Food entrepreneur: Jamison B. Breadhouse Bakes creates drive-by bread market to meet demand

Third in series

Jaime "Blue" Laukhuf and her husband, Jason, were rolling in dough with their wholesale specialty bread bakery, Jamison B. Breadhouse Bakes in Ybor City.

Blue, armed with her culinary and hospitality background, and Jason, with his experience as Bern's Steakhouse pastry chef, supplied the best chefs in Tampa Bay with breads and pastries since 2013. JB3 had dozens of accounts with prominent restaurants like Counter Culture, Forbici Modern Italian, On Swann, Bella Brava in St. Pete, and Rooster & the Till, and then suddenly … crickets.
Like most public-facing establishments, the Breadhouse was hard hit by the COVID-19 pandemic, as were their big accounts. "It was like radio silence; they just pulled the plugs," says Blue Laukhuf, CEO of Jamison B. Breadhouse Bakes.
"The pandemic clearly wiped us out for a minute," she says. "I am such a hopeful person that when this hit, I sent all my accounts this uplifting, inspirational message like, 'Do not worry, when this is over, it will be like Christmas in July'.''

July 2020 came and went.
What had started in 2013 with strictly wholesale accounts expanded in 2018 to a limited-product hour, open to the public in a small area of the Breadhouse facility they dubbed The Grain Room.
Laukhuf admits when word of The Grain Room spread, things got out of hand.

"People would stand outside for hours. We are only allowed to have seven people per city code. One day I opened the door, and 35 people came in 333 square feet."

"It was like some weird 'Supermarket Sweep.' Elbows were flying," she recalls with a laugh. Laukhuf says they came up with a number system and Breadheads had to await entry outside.
As spring carried on, so did the pandemic, and with force. Laukhuf realized it wasn't going anywhere anytime soon. "We had been out of wholesale accounts for about a month, and I started to panic," she says.

They were down, but they weren't out. Blue devised a plan to adapt to the changing times. The JB3 brainchild, which Laukhuf calls a "drive-by," was birthed from a need to prevail.
What remained a once-weekly affair, the first drive-bys started with one item called "WHAT'S IN THE BAG?" which sold like hotcakes. It took off so fast that high demand called for more options and the selection grew to a dozen, then two dozen items. It evolved every week.
Products vary from week to week, so you never know what surprises will delight you on their menu. There are staple items like their gluten-friendly sourdough bread options -- country sourdough, On Swann sourdough, and sunflower seed multigrain sourdough. There are also OG French croissants, cracked wheat Sammy, pretzel baguettes, focaccia with toppings, Breadhouse saltines, and Breadhouse grainola. Revolving items include the Tidy Bun, a fresh Japanese milk bun with various fillings, sealed and baked. It's like a sloppy joe, but encased, so there's no mess. Similar is the Tidy Phil, a Philly cheesesteak inside of the baked bun.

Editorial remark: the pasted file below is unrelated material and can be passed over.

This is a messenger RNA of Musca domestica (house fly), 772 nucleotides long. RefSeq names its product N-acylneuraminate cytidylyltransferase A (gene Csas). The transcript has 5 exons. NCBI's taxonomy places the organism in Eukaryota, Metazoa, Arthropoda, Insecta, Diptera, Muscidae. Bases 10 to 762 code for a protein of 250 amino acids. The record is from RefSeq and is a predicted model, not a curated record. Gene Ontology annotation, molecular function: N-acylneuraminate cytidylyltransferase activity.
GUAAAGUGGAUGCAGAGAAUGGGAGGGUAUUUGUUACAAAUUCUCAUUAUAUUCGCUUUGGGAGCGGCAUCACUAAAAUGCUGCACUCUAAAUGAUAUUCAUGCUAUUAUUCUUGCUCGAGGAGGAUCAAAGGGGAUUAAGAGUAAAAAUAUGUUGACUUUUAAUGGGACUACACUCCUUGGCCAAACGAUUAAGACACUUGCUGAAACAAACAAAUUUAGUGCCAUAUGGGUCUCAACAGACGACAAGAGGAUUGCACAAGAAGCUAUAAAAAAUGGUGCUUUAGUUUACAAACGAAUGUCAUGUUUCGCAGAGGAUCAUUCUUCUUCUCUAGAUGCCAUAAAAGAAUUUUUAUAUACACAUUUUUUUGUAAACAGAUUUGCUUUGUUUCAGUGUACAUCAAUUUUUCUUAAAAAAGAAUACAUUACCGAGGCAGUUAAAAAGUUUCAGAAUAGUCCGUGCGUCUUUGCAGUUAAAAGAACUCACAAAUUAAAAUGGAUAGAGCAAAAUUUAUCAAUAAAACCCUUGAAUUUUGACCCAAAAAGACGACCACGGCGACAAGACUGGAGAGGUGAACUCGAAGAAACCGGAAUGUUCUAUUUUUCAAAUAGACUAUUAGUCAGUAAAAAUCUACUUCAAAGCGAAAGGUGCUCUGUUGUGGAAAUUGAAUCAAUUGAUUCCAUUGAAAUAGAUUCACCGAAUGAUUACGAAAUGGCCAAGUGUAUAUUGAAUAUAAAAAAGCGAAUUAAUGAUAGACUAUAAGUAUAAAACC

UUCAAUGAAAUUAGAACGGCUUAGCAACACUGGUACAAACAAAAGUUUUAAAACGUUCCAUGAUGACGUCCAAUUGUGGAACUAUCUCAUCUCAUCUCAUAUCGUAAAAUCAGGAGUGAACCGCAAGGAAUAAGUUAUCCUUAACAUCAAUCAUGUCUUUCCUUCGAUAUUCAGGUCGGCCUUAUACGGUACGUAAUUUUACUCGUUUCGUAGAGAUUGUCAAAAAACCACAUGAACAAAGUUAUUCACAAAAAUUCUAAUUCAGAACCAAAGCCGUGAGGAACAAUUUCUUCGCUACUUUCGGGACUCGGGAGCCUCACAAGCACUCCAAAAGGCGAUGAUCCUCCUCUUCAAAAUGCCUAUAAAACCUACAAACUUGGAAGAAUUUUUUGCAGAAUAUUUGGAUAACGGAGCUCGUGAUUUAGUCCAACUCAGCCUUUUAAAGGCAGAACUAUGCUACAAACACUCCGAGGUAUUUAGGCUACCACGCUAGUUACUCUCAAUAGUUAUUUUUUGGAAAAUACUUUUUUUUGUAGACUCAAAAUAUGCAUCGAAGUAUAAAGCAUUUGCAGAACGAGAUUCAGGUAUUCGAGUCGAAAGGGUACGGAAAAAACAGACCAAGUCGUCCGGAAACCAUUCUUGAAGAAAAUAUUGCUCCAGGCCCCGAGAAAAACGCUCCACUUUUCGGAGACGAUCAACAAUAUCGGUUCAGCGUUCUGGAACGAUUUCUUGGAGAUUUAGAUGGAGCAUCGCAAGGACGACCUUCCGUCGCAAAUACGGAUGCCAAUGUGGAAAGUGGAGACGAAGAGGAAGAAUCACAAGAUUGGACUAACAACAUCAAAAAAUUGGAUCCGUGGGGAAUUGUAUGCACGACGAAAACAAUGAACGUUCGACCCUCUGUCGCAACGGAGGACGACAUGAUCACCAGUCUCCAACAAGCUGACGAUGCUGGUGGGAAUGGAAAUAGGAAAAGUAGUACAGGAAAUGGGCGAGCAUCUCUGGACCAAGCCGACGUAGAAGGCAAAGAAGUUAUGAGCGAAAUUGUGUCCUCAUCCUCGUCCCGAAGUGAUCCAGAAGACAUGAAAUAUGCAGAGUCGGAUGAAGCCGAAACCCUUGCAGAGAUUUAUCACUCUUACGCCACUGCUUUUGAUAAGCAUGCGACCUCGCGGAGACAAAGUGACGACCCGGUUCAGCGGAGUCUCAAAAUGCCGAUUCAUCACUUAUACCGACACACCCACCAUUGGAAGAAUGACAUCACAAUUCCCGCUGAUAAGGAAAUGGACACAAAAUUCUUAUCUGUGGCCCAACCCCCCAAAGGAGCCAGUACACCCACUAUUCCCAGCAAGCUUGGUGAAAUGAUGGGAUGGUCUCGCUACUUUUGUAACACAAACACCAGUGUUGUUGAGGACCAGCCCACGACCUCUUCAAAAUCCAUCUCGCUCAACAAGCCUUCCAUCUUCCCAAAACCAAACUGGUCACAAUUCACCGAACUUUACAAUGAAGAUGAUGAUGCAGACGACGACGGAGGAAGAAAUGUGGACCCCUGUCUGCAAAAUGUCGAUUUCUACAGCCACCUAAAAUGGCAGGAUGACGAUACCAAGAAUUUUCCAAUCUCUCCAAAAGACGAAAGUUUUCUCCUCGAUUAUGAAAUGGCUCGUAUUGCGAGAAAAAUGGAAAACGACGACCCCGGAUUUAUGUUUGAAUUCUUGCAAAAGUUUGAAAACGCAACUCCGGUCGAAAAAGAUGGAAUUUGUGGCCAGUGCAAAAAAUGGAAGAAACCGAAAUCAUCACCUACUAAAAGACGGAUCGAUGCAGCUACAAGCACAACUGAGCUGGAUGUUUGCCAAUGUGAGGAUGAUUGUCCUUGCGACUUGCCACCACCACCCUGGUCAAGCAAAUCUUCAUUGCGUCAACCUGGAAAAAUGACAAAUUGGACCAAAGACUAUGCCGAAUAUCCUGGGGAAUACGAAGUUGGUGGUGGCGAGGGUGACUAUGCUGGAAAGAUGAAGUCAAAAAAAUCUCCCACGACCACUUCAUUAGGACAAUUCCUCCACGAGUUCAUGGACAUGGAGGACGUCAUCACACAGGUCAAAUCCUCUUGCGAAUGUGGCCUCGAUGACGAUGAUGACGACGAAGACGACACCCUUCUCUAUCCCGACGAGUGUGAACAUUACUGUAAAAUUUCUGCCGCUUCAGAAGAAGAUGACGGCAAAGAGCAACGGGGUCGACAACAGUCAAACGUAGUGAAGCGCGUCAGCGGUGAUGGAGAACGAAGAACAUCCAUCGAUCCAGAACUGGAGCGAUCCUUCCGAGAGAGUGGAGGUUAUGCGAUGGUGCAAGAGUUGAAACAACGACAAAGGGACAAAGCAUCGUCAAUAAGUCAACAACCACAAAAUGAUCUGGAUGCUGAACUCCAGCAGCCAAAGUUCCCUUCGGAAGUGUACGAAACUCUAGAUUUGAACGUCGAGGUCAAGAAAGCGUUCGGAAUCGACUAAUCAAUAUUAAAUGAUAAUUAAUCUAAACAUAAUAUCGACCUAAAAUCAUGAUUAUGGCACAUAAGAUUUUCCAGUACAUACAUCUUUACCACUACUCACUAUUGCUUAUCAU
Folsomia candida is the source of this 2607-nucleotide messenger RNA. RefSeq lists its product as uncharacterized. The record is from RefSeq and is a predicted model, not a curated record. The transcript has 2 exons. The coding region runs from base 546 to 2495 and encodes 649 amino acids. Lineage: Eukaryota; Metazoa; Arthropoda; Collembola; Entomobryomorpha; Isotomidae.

And while the Breadhouse had temporarily lost nearly half of their accounts, the drive-by was thriving. "We increased our public eye 225 percent," Laukhuf says.

After the Saturday market, Laukhuf posts the items available for pick up the following Saturday. Items are available for preorder, pre-pay through Thursday -- but don't dawdle as some items sell out. Pick-up is quick, safe, and easy -- customers remain in their air-conditioned vehicle, roll down the passenger window, and give their last name. The order, the scent of baked goodness wafting from the bag, is placed on their seat or in their trunk, and they're off. It's a smooth and contactless experience.

Breadheads who were there for the origins of The Grain Room days are thrilled with the new concept, which will either be there to stay or expand. Depending on what the future holds, Laukhuf hasn't dismissed the potential for expanding their operation to an outdoor market. So much of that is at the mercy of the pandemic.

JB3's wholesale accounts have regained steam, and the contactless drive-by may be how Breadhouse operates now and forever. Laukhuf is considered COVID-19 high-risk due to an ongoing lung issue that began 20-some years ago, so not only is it best for her -- though she loves people -- it's good for the public they serve.

Now more than a year in, Laukhuf takes a moment to reflect, "It's just very different than what we have been doing in the past. But it has been cool. I mean, it is kind of fun."

Jamison B. Breadhouse Bakes's drive-by market pickup address is 1799 N. 36th St., Ybor City, and operates from 2 to 3 p.m. on Saturdays. You can follow Jamison on Facebook and Instagram.

First in the series: Chef Ami prepares meals with purpose
Second in the series: St. Pete celebrity chef creates instant hit with Fo'Cheezy Twisted Meltz

Enjoy this story? Sign up for free solutions-based reporting in your inbox each week.

Read more articles by Allison Koehler.

Allison Koehler is a Cleveland-area native who now lives in Tampa by way of Detroit. She resides in Seminole Heights with her partner, Phil, and three children -- one human and two cats. When she isn't writing, she's watching pro football, listening to music, or streaming Netflix and Amazon Prime.